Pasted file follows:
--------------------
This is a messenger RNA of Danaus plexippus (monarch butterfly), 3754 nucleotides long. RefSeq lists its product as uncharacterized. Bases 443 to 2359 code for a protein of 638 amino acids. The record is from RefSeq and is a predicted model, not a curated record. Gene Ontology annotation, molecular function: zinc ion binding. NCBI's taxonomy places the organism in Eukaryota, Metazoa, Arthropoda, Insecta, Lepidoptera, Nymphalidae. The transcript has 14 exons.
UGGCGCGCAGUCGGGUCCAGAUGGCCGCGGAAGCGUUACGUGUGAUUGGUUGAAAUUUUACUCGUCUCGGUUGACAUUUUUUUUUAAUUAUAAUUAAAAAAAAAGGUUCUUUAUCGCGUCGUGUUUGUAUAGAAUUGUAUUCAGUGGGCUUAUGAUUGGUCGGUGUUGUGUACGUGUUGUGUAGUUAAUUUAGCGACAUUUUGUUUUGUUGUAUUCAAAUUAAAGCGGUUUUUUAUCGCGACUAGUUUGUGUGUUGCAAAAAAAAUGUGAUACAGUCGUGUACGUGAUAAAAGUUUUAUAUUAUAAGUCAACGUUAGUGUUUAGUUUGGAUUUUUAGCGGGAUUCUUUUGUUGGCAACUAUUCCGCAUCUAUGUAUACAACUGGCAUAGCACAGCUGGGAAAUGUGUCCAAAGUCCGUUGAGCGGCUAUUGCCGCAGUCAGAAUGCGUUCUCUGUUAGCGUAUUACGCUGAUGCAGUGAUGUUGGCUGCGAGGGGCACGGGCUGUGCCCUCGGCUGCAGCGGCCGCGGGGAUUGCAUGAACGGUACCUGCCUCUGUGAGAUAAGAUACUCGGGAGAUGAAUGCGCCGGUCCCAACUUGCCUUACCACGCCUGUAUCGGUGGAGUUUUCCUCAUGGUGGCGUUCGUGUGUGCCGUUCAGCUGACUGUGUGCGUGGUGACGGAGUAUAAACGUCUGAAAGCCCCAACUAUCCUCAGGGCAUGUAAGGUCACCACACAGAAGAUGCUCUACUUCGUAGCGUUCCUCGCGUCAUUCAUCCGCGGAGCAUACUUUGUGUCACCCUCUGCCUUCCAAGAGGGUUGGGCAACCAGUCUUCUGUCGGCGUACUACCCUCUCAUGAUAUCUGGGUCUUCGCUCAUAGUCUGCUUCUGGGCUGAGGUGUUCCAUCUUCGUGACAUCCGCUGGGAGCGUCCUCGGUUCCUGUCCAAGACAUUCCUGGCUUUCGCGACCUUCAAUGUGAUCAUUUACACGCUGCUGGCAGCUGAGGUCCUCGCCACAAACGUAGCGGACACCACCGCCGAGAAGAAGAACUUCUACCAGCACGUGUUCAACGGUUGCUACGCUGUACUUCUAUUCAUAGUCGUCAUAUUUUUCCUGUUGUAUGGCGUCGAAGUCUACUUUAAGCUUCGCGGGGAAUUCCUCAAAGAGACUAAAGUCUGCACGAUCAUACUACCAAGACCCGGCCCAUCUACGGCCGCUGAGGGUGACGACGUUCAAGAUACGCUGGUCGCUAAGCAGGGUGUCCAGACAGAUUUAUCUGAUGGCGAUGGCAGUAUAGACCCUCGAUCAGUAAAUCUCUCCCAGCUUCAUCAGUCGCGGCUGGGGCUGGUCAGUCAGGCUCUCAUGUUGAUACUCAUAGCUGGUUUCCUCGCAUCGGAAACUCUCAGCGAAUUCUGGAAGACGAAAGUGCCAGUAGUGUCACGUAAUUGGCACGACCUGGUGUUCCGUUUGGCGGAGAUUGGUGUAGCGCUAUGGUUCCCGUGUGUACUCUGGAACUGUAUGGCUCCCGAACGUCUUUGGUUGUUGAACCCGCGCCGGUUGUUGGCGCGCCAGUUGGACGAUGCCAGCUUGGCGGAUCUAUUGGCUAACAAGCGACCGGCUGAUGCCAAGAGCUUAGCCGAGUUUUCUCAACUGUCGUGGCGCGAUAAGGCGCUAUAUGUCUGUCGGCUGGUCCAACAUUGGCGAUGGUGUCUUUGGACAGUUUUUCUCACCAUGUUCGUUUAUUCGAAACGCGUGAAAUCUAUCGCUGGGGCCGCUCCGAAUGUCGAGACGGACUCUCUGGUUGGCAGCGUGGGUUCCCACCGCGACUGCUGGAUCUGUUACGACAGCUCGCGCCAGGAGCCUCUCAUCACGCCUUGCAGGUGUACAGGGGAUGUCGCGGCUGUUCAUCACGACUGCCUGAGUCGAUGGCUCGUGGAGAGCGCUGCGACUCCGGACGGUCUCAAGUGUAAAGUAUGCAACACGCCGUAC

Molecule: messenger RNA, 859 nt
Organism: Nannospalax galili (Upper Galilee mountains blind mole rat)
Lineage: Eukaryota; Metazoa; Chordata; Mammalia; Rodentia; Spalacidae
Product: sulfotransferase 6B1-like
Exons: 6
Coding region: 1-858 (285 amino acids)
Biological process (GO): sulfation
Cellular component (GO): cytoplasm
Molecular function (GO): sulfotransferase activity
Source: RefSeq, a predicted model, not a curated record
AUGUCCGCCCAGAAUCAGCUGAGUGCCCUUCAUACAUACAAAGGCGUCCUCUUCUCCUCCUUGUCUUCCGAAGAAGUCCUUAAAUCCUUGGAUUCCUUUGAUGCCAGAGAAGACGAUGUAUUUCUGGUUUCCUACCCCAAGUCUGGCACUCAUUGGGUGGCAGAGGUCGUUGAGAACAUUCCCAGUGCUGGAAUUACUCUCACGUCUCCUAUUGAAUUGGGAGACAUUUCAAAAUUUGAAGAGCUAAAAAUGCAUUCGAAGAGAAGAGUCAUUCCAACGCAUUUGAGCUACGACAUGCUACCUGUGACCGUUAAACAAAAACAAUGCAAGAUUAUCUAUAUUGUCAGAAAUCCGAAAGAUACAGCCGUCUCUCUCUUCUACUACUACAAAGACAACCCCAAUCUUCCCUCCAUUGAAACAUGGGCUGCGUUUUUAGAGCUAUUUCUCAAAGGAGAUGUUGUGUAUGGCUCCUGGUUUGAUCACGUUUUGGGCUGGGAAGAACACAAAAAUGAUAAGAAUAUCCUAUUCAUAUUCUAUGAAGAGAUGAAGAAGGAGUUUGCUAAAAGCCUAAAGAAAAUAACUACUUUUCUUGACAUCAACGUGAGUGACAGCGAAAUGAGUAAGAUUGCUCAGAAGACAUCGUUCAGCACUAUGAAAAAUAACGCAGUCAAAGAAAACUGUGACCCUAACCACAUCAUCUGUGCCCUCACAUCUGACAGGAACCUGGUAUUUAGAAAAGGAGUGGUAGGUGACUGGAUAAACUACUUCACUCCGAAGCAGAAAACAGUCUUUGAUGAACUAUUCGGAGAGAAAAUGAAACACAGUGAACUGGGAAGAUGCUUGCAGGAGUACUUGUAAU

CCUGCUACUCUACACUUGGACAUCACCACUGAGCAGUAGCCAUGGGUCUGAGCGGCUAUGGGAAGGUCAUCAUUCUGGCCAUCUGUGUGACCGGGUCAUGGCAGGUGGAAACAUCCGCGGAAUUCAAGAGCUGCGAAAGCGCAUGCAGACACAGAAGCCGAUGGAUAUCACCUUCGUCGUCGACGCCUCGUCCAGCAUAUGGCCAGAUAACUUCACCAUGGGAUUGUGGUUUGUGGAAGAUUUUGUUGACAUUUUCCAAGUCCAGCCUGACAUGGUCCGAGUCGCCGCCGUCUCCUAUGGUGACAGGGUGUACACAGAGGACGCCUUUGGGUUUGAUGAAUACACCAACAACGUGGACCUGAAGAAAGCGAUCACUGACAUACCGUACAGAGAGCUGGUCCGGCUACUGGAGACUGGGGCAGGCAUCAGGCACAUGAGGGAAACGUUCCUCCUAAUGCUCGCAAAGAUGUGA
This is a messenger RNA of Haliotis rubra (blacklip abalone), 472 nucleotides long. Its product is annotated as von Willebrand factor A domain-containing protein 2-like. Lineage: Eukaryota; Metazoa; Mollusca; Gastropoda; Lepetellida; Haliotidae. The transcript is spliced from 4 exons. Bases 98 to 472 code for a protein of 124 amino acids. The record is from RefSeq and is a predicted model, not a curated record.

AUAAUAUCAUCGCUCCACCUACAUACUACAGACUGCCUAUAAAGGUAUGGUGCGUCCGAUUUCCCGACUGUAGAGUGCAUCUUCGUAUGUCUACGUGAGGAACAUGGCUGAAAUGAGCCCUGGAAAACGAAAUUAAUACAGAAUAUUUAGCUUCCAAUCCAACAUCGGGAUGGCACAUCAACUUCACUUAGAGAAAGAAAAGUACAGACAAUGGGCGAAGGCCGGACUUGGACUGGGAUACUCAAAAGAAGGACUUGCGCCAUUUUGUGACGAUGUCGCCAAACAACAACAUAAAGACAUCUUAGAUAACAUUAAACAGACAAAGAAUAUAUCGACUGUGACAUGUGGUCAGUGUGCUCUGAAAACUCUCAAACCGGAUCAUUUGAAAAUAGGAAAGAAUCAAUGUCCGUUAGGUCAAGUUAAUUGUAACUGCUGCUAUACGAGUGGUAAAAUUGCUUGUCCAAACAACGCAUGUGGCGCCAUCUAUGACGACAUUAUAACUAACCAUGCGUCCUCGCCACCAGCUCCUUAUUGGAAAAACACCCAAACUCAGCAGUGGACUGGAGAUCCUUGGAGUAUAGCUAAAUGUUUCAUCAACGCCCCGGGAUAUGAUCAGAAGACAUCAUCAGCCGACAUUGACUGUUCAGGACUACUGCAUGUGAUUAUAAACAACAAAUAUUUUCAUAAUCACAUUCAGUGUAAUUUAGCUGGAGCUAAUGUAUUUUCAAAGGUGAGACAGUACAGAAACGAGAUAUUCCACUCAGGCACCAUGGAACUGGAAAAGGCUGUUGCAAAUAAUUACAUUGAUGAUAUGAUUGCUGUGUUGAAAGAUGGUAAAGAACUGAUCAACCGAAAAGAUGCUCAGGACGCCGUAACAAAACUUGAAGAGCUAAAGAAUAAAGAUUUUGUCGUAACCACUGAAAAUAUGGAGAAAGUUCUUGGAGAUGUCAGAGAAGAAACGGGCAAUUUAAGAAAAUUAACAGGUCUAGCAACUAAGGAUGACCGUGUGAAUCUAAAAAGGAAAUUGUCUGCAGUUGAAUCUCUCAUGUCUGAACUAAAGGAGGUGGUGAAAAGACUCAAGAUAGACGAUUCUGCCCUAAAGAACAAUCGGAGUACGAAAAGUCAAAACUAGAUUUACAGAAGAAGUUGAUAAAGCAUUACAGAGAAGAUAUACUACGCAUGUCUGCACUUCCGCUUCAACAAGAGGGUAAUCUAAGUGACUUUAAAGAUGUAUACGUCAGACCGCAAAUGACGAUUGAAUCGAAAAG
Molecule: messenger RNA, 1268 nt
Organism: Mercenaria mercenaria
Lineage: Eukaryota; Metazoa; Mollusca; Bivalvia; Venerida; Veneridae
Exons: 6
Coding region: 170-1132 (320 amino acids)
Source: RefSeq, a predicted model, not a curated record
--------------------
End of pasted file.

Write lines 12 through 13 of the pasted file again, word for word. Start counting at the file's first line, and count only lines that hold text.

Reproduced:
Source: RefSeq, a predicted model, not a curated record
AUGUCCGCCCAGAAUCAGCUGAGUGCCCUUCAUACAUACAAAGGCGUCCUCUUCUCCUCCUUGUCUUCCGAAGAAGUCCUUAAAUCCUUGGAUUCCUUUGAUGCCAGAGAAGACGAUGUAUUUCUGGUUUCCUACCCCAAGUCUGGCACUCAUUGGGUGGCAGAGGUCGUUGAGAACAUUCCCAGUGCUGGAAUUACUCUCACGUCUCCUAUUGAAUUGGGAGACAUUUCAAAAUUUGAAGAGCUAAAAAUGCAUUCGAAGAGAAGAGUCAUUCCAACGCAUUUGAGCUACGACAUGCUACCUGUGACCGUUAAACAAAAACAAUGCAAGAUUAUCUAUAUUGUCAGAAAUCCGAAAGAUACAGCCGUCUCUCUCUUCUACUACUACAAAGACAACCCCAAUCUUCCCUCCAUUGAAACAUGGGCUGCGUUUUUAGAGCUAUUUCUCAAAGGAGAUGUUGUGUAUGGCUCCUGGUUUGAUCACGUUUUGGGCUGGGAAGAACACAAAAAUGAUAAGAAUAUCCUAUUCAUAUUCUAUGAAGAGAUGAAGAAGGAGUUUGCUAAAAGCCUAAAGAAAAUAACUACUUUUCUUGACAUCAACGUGAGUGACAGCGAAAUGAGUAAGAUUGCUCAGAAGACAUCGUUCAGCACUAUGAAAAAUAACGCAGUCAAAGAAAACUGUGACCCUAACCACAUCAUCUGUGCCCUCACAUCUGACAGGAACCUGGUAUUUAGAAAAGGAGUGGUAGGUGACUGGAUAAACUACUUCACUCCGAAGCAGAAAACAGUCUUUGAUGAACUAUUCGGAGAGAAAAUGAAACACAGUGAACUGGGAAGAUGCUUGCAGGAGUACUUGUAAU